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# Estimate a GPD on the daily rainfall dataΒΆ

In this example, we illustrate various techniques of extreme value modeling applied to the daily rainfall accumulations in south-west England, over the period 1914-1962. Readers should refer to [coles2001] to get more details.

We illustrate techniques to:

estimate a stationary and a non stationary GPD,

estimate a return level,

using:

the log-likelihood function,

the profile log-likelihood function.

```
import openturns as ot
import openturns.experimental as otexp
import openturns.viewer as otv
from openturns.usecases import coles
```

First, we load the Rain dataset. We start by looking at it through time.

```
dataRain = coles.Coles().rain
print(dataRain[:10])
graph = ot.Graph(
"Daily rainfall accumulations SW England", "day", "level (mm)", True, ""
)
days = ot.Sample([[i] for i in range(len(dataRain))])
cloud = ot.Cloud(days, dataRain)
cloud.setColor("red")
cloud.setPointStyle(",")
graph.add(cloud)
graph.setIntegerXTick(True)
view = otv.View(graph)
```

```
[ x ]
0 : [ 0 ]
1 : [ 2.3 ]
2 : [ 1.3 ]
3 : [ 6.9 ]
4 : [ 4.6 ]
5 : [ 0 ]
6 : [ 1 ]
7 : [ 1.5 ]
8 : [ 1.8 ]
9 : [ 1.8 ]
```

In order to select a threshold upon which the GPD model will be fitted, we draw the mean residual life plot with approximate confidence interval. It appears that the graph is linear from the threshold around . Then, it decays sharply although with a linear trend. We should be tempted to choose but there are only 6 exceedances of the threshold . So it is not enough to make meaningful inferences. Moreover, the graph is not reliable for large values of due to the limited amount of data on which the estimate and the confidence interval are based. For all these reasons, it appears preferable to chose .

```
factory = ot.GeneralizedParetoFactory()
graph = factory.drawMeanResidualLife(dataRain)
view = otv.View(graph)
```

To support that choice, we draw the parameter stability plots. We see that the perturbations appear small relatively to sampling errors. We can see that the change in pattern observed in the mean residual life plot is still apparent here for high thresholds. Hence, we choose the threshold .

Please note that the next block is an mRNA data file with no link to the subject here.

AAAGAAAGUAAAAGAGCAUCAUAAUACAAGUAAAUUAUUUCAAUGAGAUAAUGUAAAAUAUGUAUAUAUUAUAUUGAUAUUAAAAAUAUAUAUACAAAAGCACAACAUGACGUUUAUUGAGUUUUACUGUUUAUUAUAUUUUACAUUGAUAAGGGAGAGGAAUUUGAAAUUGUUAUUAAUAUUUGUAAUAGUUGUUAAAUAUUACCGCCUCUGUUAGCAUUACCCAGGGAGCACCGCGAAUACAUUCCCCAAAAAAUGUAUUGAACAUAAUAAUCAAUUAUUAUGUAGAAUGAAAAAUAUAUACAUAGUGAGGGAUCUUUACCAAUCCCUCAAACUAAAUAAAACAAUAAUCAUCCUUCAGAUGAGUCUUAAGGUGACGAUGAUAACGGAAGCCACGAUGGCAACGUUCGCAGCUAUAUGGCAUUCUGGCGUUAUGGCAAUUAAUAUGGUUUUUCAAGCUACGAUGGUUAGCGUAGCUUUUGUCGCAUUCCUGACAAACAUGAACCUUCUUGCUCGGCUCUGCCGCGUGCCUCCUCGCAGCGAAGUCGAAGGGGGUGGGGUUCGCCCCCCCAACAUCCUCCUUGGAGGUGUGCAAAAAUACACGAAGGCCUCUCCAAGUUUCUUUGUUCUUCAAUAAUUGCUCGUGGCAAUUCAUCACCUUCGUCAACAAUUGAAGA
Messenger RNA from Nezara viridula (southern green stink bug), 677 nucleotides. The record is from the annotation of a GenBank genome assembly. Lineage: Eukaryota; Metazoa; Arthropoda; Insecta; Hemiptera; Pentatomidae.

```
u_range = ot.Interval(0.5, 50.0)
graph = factory.drawParameterThresholdStability(dataRain, u_range)
view = otv.View(graph, figure_kw={"figsize": (6.0, 6.0)})
```

**Stationary GPD modeling via the log-likelihood function**

We first assume that the dependence through time is negligible, so we first model the data as independent observations over the observation period.

We consider the model defined by:

We estimate the parameters of the GPD distribution by maximizing the log-likelihood of the data for the selecte threshold .

```
u = 30
result_LL = factory.buildMethodOfLikelihoodMaximizationEstimator(dataRain, u)
```

We get the fitted GPD and its parameters of .

```
fitted_GPD = result_LL.getDistribution()
desc = fitted_GPD.getParameterDescription()
param = fitted_GPD.getParameter()
print(", ".join([f"{p}: {value:.3f}" for p, value in zip(desc, param)]))
print("log-likelihood = ", result_LL.getLogLikelihood())
```

```
sigma: 7.446, xi: 0.184, u: 30.000
log-likelihood = -485.0937375341342
```

We get the asymptotic distribution of the estimator . In that case, the asymptotic distribution is normal.

```
parameterEstimate = result_LL.getParameterDistribution()
print("Asymptotic distribution of the estimator : ")
print(parameterEstimate)
```

```
Asymptotic distribution of the estimator :
BlockIndependentDistribution(Normal(mu = [7.44573,0.184112], sigma = [0.959381,0.101172], R = [[ 1 -0.675368 ]
[ -0.675368 1 ]]), Dirac(point = [30]))
```

We get the covariance matrix and the standard deviation of .

```
print("Cov matrix = \n", parameterEstimate.getCovariance())
print("Standard dev = ", parameterEstimate.getStandardDeviation())
```

```
Cov matrix =
[[ 0.920412 -0.0655531 0 ]
[ -0.0655531 0.0102358 0 ]
[ 0 0 0 ]]
Standard dev = [0.959381,0.101172,0]
```

We get the marginal confidence intervals of order 0.95.

```
order = 0.95
for i in range(2): # exclude u parameter (fixed)
ci = parameterEstimate.getMarginal(i).computeBilateralConfidenceInterval(order)
print(desc[i] + ":", ci)
```

```
sigma: [5.56538, 9.32608]
xi: [-0.0141821, 0.382406]
```

At last, we can validate the inference result thanks to the 4 usual diagnostic plots:

the probability-probability pot,

the quantile-quantile pot,

the return level plot,

the data histogram and the density of the fitted model.

```
validation = otexp.GeneralizedParetoValidation(result_LL, dataRain)
graph = validation.drawDiagnosticPlot()
view = otv.View(graph)
```

**Stationary GPD modeling via the profile log-likelihood function**

Now, we use the profile log-likehood function with respect to the parameter rather than log-likehood function to estimate the parameters of the GPD.

```
result_PLL = factory.buildMethodOfXiProfileLikelihoodEstimator(dataRain, u)
```

The following graph allows one to get the profile log-likelihood plot. It also indicates the optimal value of , the maximum profile log-likelihood and the confidence interval for of order 0.95 (which is the default value).

```
order = 0.95
result_PLL.setConfidenceLevel(order)
view = otv.View(result_PLL.drawProfileLikelihoodFunction())
```